The “guilt factor” is a term that refers to the extent to which someone is willing to compromise because they feel responsible for their separation.
The party who initiates a separation often does so in circumstances where there is no agreement to separate from the other party. Needless to say, it is rare that two people who care for one another will find the process of separating easy. However, the party who elects to leave the relationship often experiences the burden of feeling (or being accused of being) responsible for the demise of the relationship.
Today, 1 in 3 marriages will end in divorce. It is difficult to measure what proportion of de-facto relationships also end in separation. A common experience for any separating party is the desire to find fault – and the reasons for separation often inform the outcome of any negotiations about family law matters.
However, the Court is not generally concerned with whose fault it might be that a relationship has broken down.
Rather than emphasize the dispute between the parties, the Court will try to minimize the potential for conflict. The Court will not allocate one parent more time with a child or more of the property pool through a process of fault finding.
In the subjective experience of separation, the guilt factor is far more likely to have an impact on a parent’s time with children and division of property between spouses through arrangements agreed outside of Court to between the parties.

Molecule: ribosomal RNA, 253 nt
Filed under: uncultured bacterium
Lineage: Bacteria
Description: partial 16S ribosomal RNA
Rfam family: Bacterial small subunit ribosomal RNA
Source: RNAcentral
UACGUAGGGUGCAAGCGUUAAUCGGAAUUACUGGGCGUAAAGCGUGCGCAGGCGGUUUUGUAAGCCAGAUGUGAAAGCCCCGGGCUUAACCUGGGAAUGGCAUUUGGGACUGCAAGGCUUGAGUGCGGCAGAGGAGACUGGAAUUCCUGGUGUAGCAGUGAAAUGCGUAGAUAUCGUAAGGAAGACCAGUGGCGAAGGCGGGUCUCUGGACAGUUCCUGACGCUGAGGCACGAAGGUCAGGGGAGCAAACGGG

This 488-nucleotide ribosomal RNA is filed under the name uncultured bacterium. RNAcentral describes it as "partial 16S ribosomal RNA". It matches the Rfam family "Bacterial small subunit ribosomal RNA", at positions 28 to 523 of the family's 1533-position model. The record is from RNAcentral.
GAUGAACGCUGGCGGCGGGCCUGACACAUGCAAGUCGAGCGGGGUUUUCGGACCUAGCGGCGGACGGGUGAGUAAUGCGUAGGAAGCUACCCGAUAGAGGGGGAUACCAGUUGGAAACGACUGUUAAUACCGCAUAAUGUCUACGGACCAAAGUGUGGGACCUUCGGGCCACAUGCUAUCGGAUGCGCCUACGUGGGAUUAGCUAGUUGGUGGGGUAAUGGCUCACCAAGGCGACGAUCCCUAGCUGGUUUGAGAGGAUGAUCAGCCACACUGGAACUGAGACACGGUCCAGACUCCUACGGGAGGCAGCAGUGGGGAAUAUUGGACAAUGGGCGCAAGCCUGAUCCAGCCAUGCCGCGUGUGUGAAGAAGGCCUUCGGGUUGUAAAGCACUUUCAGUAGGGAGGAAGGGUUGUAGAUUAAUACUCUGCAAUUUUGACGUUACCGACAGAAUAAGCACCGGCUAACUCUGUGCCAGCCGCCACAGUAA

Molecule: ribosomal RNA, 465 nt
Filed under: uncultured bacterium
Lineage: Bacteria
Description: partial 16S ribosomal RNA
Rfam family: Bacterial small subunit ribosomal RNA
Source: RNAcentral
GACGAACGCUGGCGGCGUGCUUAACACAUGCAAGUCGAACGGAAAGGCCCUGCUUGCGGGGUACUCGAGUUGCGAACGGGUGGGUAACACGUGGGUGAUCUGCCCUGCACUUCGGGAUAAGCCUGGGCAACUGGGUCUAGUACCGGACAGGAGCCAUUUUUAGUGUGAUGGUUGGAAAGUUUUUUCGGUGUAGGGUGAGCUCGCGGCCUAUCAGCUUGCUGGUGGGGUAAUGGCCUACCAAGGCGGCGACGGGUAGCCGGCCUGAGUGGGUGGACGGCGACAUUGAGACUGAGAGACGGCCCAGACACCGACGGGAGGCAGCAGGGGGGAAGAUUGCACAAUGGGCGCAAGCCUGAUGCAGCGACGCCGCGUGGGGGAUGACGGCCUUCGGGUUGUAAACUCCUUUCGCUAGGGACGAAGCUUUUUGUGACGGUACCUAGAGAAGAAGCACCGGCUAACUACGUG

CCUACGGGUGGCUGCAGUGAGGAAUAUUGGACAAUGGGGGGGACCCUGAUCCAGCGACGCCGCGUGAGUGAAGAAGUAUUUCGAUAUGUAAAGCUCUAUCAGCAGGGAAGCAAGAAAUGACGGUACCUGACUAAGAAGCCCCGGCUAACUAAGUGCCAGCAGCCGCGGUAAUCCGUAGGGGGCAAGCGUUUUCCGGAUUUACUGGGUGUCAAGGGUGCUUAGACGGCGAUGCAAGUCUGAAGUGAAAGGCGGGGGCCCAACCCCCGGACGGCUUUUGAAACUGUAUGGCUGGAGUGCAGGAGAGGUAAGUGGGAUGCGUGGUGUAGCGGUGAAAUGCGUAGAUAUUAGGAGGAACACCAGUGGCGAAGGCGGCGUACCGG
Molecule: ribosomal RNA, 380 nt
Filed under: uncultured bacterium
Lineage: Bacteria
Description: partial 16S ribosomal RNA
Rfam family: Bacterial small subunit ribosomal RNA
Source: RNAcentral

As lawyers, ‘the guilt factor’ can be difficult to deal with. The extent to which someone is willing to compromise because they feel responsible for their separation is hard to address with legal advice, because often, legal advice is dispassionate.
That said, making a concession is not necessarily a bad thing. However, you should only make a concession with the benefit of thorough and robust legal advice. Otherwise, you might be rushing into a deal that you might regret.
At Farrar Gesini Dunn we do things differently. We aim to understand our client’s objectives and empower them to reach agreements that are not driven by conflict but by the desire to achieve valuable outcomes.
If you are negotiating with your ex-spouse in relation to property or children’s matters, contact a Farrar Gesini Dunn Family Lawyer before finalising your agreement.
Lucas McCallum is a Family Lawyer at Farrar Gesini Dunn, Canberra Office.